NEW SOUTH WALES ALLIANCE FOB. THE SUPPRESSION OF INTEMPE RANCE. In consequence of want of room last issue, little noticc was taken of the opening meeting of this Society taking place on the 26th of last month, at the School of Arts. The chair was taken by the Rev. J. Beazley, and the meeting was ad dressed by Rev. C. Price, of Launces ton; Rev. Mr. Miller, Hobarton; and Messrs. Crouch, Beavis, Roseby, and Taylor. Mr. PKICE stated that he had been a teetotaller for sixteen years, and a member of the temperance society for twenty-five years; that twenty-four ;years back he had the honour of opening the building in which he then stood as a chapel (now the Hall of the School of Arts) ; that he was then a Temperance advocate; that he had lived in Launceston for 20 years, and had laboured in behalf of the cause there during that period with more or less success. He graphically described many events and scenes connected with the subject, and though the speech lasted for more than an hour, ...
MELBOURNE. [Newspaper Article] — Australian Band of Hope Journal — 14 March 1857
MELBOURNE. A grand procession and demonstra tion of the Melbourne Band of Hope took place on the 18th February, accompanied according to previous arrangement by the societies from Collingwood and Richmond. The procession formed in Spring-street, Melbourne, to the number of five or six hundred, whence they proceeded, accompanied by a band of music, through several of the principal tho roughfares to the Richmond Paddock, where swings, cricket, and other amusements were provided for the children, who were also regaled with fruits, biscuits, buns, &c. At six o'clock the procession re-formed and returned to Melbourne, to the Mechanics Insti tution, and a public meeting was held, presided over by Charles Read, Esq., M.L.A. The hall was crowded in every part. The children gave their recitations, and sung their various melodies, &c., to the satisfaction of the audience, who seemed to appreciate the efforts made by the committee, by subscribing to the collection made in the H...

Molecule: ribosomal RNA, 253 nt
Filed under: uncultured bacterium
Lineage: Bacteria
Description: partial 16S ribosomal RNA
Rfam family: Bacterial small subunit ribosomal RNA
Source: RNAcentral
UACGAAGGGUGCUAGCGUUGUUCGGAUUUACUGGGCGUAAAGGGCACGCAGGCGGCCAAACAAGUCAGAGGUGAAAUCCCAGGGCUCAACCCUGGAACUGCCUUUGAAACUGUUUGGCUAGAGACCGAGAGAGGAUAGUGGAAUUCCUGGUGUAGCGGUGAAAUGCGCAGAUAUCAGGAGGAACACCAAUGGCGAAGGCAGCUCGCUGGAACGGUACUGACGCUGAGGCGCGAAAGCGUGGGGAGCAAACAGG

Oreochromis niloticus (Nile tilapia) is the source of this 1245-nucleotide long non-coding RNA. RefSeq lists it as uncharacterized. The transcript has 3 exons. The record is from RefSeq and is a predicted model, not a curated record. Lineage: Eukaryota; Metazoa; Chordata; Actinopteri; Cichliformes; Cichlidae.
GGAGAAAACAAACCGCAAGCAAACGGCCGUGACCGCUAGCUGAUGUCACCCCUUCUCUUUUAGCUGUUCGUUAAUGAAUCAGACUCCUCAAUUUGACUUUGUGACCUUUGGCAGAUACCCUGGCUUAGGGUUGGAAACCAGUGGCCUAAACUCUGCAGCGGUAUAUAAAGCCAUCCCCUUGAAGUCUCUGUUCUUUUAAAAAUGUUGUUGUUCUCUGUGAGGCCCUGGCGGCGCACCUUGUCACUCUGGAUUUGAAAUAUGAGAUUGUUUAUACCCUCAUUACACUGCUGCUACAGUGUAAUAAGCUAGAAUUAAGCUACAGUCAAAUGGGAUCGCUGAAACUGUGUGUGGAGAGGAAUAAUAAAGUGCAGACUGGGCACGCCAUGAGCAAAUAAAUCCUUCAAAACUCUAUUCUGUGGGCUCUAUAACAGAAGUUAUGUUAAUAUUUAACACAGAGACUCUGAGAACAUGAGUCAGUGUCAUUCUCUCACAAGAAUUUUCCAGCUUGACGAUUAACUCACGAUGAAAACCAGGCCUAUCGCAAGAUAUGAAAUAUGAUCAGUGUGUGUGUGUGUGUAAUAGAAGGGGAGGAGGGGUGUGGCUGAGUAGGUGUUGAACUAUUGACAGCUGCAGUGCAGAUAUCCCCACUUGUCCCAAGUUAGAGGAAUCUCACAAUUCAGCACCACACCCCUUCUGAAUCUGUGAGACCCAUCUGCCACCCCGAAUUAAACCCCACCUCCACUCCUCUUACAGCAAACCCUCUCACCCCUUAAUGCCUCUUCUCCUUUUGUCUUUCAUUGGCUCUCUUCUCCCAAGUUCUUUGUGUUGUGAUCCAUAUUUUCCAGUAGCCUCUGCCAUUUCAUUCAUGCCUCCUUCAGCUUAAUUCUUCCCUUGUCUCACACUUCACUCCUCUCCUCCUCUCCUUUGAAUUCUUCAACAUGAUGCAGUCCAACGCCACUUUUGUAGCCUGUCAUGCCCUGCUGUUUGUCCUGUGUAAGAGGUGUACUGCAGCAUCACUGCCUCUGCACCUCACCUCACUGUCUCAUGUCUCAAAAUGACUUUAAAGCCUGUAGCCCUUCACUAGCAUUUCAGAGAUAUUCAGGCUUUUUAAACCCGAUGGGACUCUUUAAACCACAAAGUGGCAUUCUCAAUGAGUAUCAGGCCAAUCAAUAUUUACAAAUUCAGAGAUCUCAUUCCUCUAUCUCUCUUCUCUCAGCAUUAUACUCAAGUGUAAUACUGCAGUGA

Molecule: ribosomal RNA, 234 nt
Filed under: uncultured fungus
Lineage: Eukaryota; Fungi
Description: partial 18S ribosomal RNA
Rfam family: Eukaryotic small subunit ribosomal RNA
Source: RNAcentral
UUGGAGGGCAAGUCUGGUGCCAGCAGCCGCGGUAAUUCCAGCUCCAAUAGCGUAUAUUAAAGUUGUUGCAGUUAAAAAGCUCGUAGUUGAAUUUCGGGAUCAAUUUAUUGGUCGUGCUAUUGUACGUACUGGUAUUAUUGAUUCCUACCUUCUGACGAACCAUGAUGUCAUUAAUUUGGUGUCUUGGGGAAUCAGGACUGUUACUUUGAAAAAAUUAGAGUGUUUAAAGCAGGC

PITT STREET. [Newspaper Article] — Australian Band of Hope Journal — 14 March 1857
PITT STREET. ±eb. zo.-Mr. O. fnce, ot .Laun ceston, gave a most encouraging address to the young persons assembled, bidding them to go forward, undaunted, in the noble cause that they had espoused. Several recitations were given on the same evening by the members. March 4.-Mr. Taylor, from India, gave an interesting account of " The History and Progress of the Temper ance Cause in British India." 11.-Addresses on the subject of " Temperance" were delivered by Messrs. J. Roseby, W. Davis, and H. B. Lee. March 18.-A lecture will be given on " Elementary Chemistry," bril liantly illustrated by experiments, by Mr. G. J. Crouch. 25.-Recitations by the members.
AUSTRALIAN BAND OF HOPE JOURAL. [Newspaper Article] — Australian Band of Hope Journal — 14 March 1857
AUSTRALIAN BAND OF HOPE JOURAL. THE following sums have been kindly subscribed in behalf of the above since the publication of last list Rev. J. Voller Mr. J. W. Houlding Sutherland - - S. Symonds - - C. Fairfax - - James Walker - James Barker - F. It. Robinson Berry - - - - T. West - - - T. West - - - A - - - J. B. Tickle - - Mrs Mr. £1 1 1 1 X 1 1 1 1 0 0 0 0 0 0 0 0 0 0 10 0 5 0 10 0 10 0 10 0 5 0 5 0 10 0 10 H. Nixon - - J. Thompson - J. Glue - - - J. Harris - - A Friend - - - - We also beg to acknowledge orders for extra copies, to be continued regu larly, from Mr. J. Goddard, 12 copies. James Barker, 6 for Female Refuge. J. W. Houlding, 15 subscribers for Raymond Terrace. Sutherland, 12 copies. R. Redgate, 6 ditto.